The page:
Army railroaders undergoing dramatic change

By Terrance BellAugust 13, 2015

Army railroaders undergoing dramatic change
1 / 4 Show Caption + Hide Caption – Sgt. 1st Class Elrick Richburg, 2nd staff and faculty instructor at the Transportation School, walks along the tracks during his support of Warrior Week, the advanced individual training field training exercise on Joint Base Langley-Eustis, Va., July... (Photo Credit: U.S. Army) VIEW ORIGINAL
Army railroaders undergoing dramatic change
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Army railroaders undergoing dramatic change
3 / 4 Show Caption + Hide Caption – Sgt. 1st Class Elrick Richburg, 2nd staff and faculty engineer, guides a 120-ton, 2,100-horsepower diesel locomotive down the tracks at Joint Base Langley-Eustis, Va., July 30, 2015. Richburg is the only railway operations Soldier on active duty, and... (Photo Credit: U.S. Army) VIEW ORIGINAL
Army railroaders undergoing dramatic change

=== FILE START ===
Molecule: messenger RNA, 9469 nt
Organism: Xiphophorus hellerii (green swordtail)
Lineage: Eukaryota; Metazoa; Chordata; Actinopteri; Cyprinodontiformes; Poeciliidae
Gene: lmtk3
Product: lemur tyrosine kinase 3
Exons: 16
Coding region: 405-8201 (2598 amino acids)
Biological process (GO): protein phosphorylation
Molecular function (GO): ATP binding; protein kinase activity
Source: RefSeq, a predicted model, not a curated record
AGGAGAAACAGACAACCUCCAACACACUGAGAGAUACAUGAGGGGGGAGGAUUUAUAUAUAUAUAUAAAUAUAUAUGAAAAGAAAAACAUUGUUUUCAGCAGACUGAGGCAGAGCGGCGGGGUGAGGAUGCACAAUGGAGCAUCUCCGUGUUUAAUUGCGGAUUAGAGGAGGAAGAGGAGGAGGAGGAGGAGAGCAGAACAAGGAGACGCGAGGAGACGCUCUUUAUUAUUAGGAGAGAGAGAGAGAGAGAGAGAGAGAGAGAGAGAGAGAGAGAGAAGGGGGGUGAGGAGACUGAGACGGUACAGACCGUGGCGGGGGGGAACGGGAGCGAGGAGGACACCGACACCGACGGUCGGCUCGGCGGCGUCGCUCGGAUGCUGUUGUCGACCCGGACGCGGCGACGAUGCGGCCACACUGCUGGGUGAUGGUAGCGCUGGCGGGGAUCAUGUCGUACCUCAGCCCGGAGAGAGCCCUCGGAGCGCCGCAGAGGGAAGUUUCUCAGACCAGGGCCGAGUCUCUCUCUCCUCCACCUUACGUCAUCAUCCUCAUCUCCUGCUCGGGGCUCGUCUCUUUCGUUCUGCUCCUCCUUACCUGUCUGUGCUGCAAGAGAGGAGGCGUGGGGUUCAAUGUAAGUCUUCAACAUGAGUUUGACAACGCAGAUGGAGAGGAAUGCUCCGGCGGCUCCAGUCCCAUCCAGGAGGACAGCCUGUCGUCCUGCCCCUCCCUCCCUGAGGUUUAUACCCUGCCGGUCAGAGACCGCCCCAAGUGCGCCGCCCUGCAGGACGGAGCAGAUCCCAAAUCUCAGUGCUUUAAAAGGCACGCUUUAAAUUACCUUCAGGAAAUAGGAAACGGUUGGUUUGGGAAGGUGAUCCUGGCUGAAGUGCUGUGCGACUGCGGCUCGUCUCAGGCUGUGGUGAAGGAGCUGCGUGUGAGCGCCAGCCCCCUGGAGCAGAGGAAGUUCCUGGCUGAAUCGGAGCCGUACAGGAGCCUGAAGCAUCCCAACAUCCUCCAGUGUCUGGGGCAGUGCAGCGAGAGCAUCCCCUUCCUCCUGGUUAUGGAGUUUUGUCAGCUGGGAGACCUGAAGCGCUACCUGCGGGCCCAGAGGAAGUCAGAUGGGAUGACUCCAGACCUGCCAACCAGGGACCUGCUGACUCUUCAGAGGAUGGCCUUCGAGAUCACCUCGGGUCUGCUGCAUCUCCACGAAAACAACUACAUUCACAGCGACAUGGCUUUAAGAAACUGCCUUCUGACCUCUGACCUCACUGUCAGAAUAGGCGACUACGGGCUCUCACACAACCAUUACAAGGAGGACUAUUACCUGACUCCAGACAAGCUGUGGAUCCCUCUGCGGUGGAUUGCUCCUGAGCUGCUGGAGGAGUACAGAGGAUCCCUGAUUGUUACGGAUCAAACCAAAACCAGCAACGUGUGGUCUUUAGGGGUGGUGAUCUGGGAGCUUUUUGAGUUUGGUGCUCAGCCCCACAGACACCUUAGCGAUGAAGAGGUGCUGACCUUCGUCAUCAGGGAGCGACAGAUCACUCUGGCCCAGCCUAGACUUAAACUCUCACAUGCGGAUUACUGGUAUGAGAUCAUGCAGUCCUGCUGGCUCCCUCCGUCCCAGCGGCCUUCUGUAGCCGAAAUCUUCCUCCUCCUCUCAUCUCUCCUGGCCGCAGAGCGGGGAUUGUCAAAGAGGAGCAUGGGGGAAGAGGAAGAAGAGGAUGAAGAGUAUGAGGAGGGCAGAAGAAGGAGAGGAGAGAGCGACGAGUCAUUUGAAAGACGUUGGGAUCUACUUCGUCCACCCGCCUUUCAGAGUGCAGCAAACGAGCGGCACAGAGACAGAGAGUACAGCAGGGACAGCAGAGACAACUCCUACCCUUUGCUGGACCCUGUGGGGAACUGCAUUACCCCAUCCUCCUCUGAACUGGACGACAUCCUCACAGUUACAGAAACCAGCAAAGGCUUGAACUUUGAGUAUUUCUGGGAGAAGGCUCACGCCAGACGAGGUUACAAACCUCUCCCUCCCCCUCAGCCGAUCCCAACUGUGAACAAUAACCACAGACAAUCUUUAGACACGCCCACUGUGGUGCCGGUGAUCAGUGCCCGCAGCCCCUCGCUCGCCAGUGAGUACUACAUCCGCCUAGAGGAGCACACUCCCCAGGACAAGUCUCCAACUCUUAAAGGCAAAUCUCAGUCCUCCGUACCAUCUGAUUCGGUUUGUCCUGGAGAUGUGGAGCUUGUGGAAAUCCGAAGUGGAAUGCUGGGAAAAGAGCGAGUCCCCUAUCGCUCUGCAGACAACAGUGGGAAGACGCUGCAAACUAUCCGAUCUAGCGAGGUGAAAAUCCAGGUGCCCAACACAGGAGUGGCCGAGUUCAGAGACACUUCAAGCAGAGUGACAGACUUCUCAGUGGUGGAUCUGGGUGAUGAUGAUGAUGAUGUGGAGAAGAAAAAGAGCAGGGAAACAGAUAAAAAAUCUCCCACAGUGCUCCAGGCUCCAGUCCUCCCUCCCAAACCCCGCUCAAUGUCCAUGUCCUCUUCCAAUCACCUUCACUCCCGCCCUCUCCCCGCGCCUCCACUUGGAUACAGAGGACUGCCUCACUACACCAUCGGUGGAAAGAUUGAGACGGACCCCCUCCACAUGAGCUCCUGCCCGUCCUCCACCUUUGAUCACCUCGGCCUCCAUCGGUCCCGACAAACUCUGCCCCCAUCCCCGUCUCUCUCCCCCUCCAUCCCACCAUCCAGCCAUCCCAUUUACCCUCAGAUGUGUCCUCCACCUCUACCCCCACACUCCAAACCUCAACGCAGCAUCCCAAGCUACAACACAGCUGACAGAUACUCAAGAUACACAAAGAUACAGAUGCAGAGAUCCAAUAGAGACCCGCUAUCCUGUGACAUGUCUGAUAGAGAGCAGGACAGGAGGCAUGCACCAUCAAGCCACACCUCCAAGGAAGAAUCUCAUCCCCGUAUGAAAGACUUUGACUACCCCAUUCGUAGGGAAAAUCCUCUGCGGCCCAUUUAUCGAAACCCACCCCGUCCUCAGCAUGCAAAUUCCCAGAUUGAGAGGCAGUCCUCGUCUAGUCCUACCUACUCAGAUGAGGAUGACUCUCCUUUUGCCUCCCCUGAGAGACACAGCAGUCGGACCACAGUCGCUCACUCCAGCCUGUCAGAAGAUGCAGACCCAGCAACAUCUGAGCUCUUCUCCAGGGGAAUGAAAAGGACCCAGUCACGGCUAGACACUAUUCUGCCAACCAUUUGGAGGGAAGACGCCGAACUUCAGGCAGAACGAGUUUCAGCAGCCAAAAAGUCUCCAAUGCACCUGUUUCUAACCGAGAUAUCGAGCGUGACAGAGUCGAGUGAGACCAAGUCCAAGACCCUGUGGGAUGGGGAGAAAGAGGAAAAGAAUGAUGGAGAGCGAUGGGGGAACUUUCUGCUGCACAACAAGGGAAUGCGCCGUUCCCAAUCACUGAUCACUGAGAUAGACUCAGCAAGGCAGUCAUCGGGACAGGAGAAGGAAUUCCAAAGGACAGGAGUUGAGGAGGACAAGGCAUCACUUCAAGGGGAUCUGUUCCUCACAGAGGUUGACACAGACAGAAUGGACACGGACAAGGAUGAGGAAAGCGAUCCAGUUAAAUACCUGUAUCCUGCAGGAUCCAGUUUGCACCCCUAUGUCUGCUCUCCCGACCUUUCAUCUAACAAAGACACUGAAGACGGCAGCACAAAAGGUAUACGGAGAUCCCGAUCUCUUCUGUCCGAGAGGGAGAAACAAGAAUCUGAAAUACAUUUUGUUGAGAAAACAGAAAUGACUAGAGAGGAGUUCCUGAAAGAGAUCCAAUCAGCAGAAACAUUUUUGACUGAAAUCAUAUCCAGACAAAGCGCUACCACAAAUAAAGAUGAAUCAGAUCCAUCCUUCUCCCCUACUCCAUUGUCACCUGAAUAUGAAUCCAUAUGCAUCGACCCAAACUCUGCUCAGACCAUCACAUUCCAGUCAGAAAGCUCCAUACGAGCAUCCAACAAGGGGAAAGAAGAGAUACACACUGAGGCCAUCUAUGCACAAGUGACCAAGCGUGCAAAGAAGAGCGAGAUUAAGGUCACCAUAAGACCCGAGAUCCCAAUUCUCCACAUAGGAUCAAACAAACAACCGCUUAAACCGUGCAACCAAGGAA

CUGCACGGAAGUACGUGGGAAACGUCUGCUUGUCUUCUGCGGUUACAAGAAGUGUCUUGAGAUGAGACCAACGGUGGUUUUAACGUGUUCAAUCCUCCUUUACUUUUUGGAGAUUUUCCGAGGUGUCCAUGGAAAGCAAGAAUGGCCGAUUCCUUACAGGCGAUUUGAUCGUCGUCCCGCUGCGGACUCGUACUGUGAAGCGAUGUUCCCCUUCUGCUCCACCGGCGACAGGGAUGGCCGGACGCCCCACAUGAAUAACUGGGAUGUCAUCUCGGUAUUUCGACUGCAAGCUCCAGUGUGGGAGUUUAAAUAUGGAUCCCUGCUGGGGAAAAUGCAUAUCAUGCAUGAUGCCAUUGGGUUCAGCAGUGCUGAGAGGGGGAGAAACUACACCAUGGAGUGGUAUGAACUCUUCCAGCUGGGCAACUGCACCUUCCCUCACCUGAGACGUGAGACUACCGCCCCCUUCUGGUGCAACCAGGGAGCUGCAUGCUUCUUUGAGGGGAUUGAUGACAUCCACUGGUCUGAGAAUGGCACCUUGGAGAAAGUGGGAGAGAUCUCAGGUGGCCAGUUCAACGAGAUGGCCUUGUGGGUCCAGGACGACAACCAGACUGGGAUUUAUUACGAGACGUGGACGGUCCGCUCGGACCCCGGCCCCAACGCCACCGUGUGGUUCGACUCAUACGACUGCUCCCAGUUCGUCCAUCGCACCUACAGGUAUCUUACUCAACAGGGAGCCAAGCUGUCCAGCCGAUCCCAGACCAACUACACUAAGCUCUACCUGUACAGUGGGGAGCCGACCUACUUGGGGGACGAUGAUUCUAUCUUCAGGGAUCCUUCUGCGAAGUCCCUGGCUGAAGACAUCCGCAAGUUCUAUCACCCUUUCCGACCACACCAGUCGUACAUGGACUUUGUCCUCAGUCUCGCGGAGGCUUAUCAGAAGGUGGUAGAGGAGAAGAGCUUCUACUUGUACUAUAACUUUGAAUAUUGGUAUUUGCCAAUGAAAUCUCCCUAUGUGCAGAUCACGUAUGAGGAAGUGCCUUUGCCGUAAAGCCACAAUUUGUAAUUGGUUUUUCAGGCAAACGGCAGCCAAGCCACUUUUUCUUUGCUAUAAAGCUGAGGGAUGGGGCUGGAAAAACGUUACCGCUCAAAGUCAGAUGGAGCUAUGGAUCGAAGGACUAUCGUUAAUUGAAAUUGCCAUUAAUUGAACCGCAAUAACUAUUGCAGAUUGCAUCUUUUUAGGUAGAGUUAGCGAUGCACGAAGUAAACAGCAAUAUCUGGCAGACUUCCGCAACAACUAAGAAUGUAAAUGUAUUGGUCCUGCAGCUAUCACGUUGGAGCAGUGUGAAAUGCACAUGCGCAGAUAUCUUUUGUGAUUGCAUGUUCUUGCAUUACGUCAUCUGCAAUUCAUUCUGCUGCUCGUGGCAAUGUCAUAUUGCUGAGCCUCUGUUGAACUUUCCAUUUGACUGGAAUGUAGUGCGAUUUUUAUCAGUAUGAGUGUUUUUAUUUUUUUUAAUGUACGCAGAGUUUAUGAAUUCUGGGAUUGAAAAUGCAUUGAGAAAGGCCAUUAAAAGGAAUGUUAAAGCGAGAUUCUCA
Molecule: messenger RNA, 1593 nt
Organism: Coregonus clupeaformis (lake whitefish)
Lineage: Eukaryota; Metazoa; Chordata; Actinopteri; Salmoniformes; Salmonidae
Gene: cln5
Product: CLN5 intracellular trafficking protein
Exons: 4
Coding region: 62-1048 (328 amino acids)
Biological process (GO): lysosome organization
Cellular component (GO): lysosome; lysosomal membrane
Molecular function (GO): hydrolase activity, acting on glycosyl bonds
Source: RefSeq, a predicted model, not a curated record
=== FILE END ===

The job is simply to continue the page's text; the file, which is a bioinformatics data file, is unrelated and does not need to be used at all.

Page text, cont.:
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JOINT BASE LANGLEY-EUSTIS, Va. (Aug. 12, 2015) -- A transporter in the rather obscure corner of logistics called rail operations, Sgt. 1st Class Elrick Richburg literally has a boot on each side of progress. He has logged 17 years as a rail Soldier in the traditional sense but has spent the past two years helping to shape a future marked by dramatic change.

That change, technically termed Army Rail Transformation, or ART, includes the consolidation of all three rail military occupational specialties and a shift from an operational mission to a strategic one.

That doesn't bode well for a former infantryman and accustomed boots-on-the-ground, all-around railroader.

"I'm a worker," said Richburg, a railway operations crew member assigned to the Transportation School's Maritime and Intermodal Training Department here. "I feel good about a good day's work after being on the railroad because it's a job in which you have to make it happen. I also like the teamwork and camaraderie that comes with that."